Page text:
Arthritis is a general term that describes many different diseases causing tenderness, pain, swelling, and stiffness of joints as well as abnormalities of various soft tissues of the body. The term comes from "arthros," meaning a joint and its attachments, and "-itis," meaning inflammation.
Various forms of arthritis affect nearly 50 million Americans and contribute to the majority of all physical disabilities. Although arthritis is ultimately associated with a wearing out of joints, nearly a half million children are also affected.
Definition of Osteoarthritis
Of the several varieties of arthritis, the most common, the most frequently disabling, and often the most painful is osteo- (meaning bone) arthritis, mostly affecting the weight bearing joints (hips and knees) plus the hands, feet and spine.
Normal joints are hinges at the ends of bones usually covered by cartilage and lubricated inside a closed sack by synovial fluid.
Normally, joints have remarkably little friction and move easily. With degeneration of the joint, the cartilage becomes rough and worn out, causing the joint halves to rub against each other, creating inflammation with pain and the formation of bone spurs. The fluid lubricant may become thin and the joint lining swollen and inflamed.
Osteoarthritis is also known as degenerative joint disease and affects up to 30 million Americans, mostly women and usually those over 45 or 50 years of age. All races in the U.S. appear to be equally affected. This article focuses on osteoarthritis of the spine, particularly on facet joint arthritis.
Where Osteoarthritis Occurs
Cartilage is a form of usually slick, slightly elastic, connective tissue that covers the ends of the bone joints. In part, cartilage serves as a protective shock absorber to minimize the impact of bouncing, jumping and other types of daily activities on the joints - and is thus subjected to considerable wear and tear during life.
Indeed, heavy work, sports, repeated injuries, and obesity take a heavy toll on the joints of the limbs and spine. To be healthy, all joints should be exercised, but if this is excessive, joint damage may accumulate slowly.
In addition to the hips, knees, and lower back, arthritis commonly occurs in the neck, small finger joints, the base of the thumb, and the big toe. In the fingers, nodes (masses of bone and cartilage) can form on either side of the nail bed or the margins of joints to become reddened, tender, and swollen.
Cartilage breakdown in the hips and knees can be severe enough to require joint replacement. Osteoarthritis found in other joints, such as the hinge of the jaw, is often due to injury or stress.
In This Article:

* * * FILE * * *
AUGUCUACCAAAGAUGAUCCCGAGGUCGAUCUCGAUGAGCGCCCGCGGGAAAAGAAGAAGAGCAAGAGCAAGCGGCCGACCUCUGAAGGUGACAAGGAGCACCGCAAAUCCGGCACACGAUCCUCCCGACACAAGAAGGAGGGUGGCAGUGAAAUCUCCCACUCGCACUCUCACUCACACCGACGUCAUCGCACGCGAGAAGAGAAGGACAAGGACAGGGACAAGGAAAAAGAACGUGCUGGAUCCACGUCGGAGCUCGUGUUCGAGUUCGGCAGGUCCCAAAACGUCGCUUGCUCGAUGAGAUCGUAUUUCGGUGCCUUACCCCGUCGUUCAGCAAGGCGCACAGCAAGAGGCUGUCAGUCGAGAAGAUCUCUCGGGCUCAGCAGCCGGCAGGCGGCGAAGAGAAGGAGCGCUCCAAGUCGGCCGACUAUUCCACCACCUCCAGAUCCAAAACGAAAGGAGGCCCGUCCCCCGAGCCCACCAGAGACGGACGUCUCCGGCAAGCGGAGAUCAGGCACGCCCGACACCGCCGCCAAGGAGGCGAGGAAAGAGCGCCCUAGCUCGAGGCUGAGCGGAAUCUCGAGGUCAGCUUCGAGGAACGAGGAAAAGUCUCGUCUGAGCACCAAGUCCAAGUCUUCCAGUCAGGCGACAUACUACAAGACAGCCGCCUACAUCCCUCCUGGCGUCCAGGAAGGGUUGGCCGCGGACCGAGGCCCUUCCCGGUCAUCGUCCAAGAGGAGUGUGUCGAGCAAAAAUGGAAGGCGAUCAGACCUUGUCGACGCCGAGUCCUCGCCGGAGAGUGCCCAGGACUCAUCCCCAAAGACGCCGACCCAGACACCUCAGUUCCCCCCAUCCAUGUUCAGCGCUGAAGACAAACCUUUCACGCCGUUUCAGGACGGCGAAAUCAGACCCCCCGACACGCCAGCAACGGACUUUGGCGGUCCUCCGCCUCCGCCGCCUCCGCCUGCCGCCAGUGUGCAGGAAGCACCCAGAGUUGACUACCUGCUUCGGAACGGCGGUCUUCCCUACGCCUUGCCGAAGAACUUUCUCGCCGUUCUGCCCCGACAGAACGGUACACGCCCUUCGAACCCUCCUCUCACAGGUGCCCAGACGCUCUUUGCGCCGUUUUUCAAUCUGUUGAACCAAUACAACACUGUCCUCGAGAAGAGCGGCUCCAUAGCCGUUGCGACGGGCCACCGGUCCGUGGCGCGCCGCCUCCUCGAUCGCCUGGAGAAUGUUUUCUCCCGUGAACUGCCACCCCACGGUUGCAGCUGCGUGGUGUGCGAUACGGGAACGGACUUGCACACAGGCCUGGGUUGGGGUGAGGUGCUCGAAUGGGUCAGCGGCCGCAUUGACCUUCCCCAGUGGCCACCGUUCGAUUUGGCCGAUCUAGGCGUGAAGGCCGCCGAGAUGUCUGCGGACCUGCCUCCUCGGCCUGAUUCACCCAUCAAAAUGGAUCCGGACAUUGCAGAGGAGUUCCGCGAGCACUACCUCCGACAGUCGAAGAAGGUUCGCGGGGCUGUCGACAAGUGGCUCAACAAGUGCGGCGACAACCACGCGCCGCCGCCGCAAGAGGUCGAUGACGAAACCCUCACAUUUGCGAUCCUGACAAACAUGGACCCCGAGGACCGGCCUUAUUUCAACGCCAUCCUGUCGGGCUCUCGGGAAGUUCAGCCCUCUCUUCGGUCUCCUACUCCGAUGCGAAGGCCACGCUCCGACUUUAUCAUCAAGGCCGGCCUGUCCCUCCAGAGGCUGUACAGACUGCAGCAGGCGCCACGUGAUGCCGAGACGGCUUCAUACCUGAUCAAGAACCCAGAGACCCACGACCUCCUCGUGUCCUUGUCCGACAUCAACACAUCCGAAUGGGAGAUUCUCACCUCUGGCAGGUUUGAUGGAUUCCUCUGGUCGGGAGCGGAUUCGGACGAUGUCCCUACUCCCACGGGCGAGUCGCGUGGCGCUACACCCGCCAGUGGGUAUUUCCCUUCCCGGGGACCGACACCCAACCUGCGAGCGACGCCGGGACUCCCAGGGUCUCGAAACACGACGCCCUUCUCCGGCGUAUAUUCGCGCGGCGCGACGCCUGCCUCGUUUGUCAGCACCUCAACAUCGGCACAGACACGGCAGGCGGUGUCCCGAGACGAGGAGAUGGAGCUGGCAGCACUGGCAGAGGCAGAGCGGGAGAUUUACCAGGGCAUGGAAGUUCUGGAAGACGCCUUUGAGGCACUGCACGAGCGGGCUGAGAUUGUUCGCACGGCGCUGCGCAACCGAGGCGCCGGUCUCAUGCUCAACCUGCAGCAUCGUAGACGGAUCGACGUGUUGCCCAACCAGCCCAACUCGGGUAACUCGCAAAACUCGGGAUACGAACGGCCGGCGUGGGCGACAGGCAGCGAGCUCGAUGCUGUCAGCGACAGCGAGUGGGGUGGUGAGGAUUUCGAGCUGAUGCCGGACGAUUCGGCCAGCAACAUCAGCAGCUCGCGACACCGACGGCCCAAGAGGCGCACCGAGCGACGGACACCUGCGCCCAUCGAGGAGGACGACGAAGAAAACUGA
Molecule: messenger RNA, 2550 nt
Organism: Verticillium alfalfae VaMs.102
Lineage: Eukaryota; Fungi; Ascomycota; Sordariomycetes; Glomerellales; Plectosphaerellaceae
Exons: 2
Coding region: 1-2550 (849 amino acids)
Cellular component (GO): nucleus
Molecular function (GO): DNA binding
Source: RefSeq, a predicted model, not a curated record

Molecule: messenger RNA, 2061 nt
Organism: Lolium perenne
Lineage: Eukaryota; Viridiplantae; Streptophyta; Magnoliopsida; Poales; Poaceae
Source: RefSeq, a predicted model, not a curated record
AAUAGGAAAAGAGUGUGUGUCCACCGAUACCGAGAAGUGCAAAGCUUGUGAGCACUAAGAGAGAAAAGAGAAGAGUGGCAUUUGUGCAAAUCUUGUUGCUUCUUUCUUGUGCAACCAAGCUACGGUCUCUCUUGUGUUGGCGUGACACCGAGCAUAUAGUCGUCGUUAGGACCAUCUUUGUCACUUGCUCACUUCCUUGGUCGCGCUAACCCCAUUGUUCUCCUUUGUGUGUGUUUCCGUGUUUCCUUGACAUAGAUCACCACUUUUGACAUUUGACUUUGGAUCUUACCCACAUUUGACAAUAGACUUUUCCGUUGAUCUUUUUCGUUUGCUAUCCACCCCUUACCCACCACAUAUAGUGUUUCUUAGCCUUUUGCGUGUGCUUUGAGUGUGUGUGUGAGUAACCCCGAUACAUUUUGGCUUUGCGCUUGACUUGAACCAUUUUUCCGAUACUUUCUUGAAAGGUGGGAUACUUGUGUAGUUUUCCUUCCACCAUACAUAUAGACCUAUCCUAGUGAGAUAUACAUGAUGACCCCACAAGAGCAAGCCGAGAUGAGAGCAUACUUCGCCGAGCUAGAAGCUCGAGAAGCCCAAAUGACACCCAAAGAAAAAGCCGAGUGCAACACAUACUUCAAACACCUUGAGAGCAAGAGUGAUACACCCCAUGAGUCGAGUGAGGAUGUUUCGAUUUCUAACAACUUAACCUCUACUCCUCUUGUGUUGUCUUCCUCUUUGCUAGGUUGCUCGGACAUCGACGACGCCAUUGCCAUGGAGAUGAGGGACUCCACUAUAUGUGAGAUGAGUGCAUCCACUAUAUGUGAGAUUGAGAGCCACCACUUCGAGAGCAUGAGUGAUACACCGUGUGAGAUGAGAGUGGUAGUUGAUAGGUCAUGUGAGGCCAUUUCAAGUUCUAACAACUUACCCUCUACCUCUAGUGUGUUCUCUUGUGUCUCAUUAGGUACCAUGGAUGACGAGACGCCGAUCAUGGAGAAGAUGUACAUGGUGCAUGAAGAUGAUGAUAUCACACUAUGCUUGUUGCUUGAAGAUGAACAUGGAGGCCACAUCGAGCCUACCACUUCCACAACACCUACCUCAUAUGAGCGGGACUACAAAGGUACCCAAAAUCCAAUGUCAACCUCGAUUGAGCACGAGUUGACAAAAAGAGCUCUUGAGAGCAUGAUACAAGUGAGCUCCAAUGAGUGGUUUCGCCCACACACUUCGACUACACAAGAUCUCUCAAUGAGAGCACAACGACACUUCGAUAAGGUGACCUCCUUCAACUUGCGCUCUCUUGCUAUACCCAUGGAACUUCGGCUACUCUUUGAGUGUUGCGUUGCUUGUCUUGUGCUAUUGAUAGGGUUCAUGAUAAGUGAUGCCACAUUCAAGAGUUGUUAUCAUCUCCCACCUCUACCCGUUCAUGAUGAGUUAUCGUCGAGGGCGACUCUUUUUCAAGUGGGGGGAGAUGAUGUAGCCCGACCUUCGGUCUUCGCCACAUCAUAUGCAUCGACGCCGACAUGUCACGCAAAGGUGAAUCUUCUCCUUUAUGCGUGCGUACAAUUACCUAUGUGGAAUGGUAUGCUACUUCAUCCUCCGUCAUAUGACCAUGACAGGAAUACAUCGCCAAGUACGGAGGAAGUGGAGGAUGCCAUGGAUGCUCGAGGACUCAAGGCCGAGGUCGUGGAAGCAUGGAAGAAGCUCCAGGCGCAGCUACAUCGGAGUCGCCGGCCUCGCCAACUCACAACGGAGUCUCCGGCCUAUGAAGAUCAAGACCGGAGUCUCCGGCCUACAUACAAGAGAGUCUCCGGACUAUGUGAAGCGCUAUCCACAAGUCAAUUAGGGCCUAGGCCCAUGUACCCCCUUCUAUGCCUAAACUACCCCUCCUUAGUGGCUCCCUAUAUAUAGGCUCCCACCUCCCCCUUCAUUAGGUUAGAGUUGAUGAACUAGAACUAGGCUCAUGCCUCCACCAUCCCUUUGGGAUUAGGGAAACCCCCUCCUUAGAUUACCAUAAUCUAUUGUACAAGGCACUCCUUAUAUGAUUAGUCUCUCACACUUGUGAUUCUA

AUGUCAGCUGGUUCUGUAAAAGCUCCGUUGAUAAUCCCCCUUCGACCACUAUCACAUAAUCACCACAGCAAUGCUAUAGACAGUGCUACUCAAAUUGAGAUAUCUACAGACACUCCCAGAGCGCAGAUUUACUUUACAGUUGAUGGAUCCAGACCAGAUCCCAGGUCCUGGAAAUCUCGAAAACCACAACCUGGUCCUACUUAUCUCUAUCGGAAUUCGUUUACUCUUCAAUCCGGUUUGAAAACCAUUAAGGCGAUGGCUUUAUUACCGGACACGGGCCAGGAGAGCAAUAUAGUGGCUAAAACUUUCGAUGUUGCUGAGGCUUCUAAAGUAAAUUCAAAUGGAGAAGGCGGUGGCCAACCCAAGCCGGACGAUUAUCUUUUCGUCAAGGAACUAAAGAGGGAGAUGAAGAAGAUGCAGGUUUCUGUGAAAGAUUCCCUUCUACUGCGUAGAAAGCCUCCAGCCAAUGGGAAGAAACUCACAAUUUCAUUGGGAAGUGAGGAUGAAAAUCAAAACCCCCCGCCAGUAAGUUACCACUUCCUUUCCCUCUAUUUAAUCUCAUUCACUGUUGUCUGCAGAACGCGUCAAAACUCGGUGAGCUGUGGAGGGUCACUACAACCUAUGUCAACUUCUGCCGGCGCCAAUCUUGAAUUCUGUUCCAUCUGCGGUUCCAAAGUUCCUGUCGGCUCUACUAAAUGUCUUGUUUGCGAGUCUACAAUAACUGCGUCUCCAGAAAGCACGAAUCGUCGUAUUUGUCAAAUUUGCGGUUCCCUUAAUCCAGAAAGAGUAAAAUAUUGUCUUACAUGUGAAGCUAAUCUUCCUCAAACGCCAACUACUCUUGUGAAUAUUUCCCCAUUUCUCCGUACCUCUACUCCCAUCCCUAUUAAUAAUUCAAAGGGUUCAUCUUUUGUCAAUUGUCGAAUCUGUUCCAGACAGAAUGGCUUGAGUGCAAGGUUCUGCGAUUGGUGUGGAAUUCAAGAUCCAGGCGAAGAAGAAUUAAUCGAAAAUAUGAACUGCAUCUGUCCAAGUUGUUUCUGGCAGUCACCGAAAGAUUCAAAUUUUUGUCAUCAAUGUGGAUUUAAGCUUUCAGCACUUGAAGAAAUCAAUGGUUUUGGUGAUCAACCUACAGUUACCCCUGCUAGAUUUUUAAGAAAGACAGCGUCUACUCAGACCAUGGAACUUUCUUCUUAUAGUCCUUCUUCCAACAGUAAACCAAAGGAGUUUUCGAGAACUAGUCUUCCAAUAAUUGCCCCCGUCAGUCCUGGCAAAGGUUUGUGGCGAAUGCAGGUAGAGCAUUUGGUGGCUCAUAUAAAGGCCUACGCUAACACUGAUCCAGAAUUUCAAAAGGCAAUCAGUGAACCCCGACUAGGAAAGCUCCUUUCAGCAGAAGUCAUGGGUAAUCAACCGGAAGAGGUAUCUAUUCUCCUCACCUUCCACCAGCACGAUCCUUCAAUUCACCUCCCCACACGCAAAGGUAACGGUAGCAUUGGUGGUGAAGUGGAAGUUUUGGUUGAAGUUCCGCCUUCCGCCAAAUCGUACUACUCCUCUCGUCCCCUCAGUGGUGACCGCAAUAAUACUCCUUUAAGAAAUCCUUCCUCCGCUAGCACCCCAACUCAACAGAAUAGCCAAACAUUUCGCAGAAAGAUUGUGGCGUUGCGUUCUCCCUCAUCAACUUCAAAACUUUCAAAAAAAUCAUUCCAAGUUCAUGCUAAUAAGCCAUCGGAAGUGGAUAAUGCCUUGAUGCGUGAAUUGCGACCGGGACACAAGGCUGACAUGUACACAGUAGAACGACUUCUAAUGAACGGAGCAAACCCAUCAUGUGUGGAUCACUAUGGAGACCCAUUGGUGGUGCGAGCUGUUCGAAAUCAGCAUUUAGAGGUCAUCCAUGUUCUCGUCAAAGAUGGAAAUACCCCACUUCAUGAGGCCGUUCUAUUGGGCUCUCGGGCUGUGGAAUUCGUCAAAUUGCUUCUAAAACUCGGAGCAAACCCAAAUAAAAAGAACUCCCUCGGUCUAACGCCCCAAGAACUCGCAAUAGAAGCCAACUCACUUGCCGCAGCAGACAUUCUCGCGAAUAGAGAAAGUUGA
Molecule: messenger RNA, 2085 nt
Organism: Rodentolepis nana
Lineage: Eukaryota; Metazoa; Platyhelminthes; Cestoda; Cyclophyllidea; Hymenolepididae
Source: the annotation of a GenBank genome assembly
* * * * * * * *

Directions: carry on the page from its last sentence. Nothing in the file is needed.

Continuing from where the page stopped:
Osteoarthritis of the Spine
Spinal arthritis is one of the common causes of back pain. Spinal arthritis is the mechanical breakdown of the cartilage between the aligning facet joints in the back portion (posterior) of the spine that quite often leads to mechanically induced pain.
The facet joints (also called vertebral joints or zygophyseal joints) become inflamed and progressive joint degeneration creates more frictional pain. Back motion and flexibility decrease in proportion to the progression of back pain induced while standing, sitting, and even walking.
Over time, bone spurs (small irregular growths on the bone also called osteophytes) typically form on the facet joints and even around the spinal vertebrae. These bone spurs are a response to joint instability and are nature's attempt to help return stability to the joint.
The enlargement of the normal bony structure indicates degeneration of the spine. Bone spurs are also seen as a normal part of aging and do not directly cause pain, but may become so large as to cause irritation or entrapment of nerves passing through spinal structures, and may result in diminished room for the nerves to pass (spinal stenosis).
Osteoarthritis in the spine is anatomically divided into:
- Lower back (lumbar spine) osteoarthritis, sometimes called lumbosacral arthritis, which produces stiffness and pain in the lower spine and sacroiliac joint (between the spine and pelvis).
- Watch: Lumbar Osteoarthritis Video
- Neck (cervical spine) osteoarthritis, sometimes called cervical spondylosis (spondy- implies the spine, and -osis is an abnormal condition), which can cause stiffness and pain in the upper spine, neck, shoulders, arms, and head.
For more in-depth information, see Spinal Osteoarthritis on Arthritis-health.com.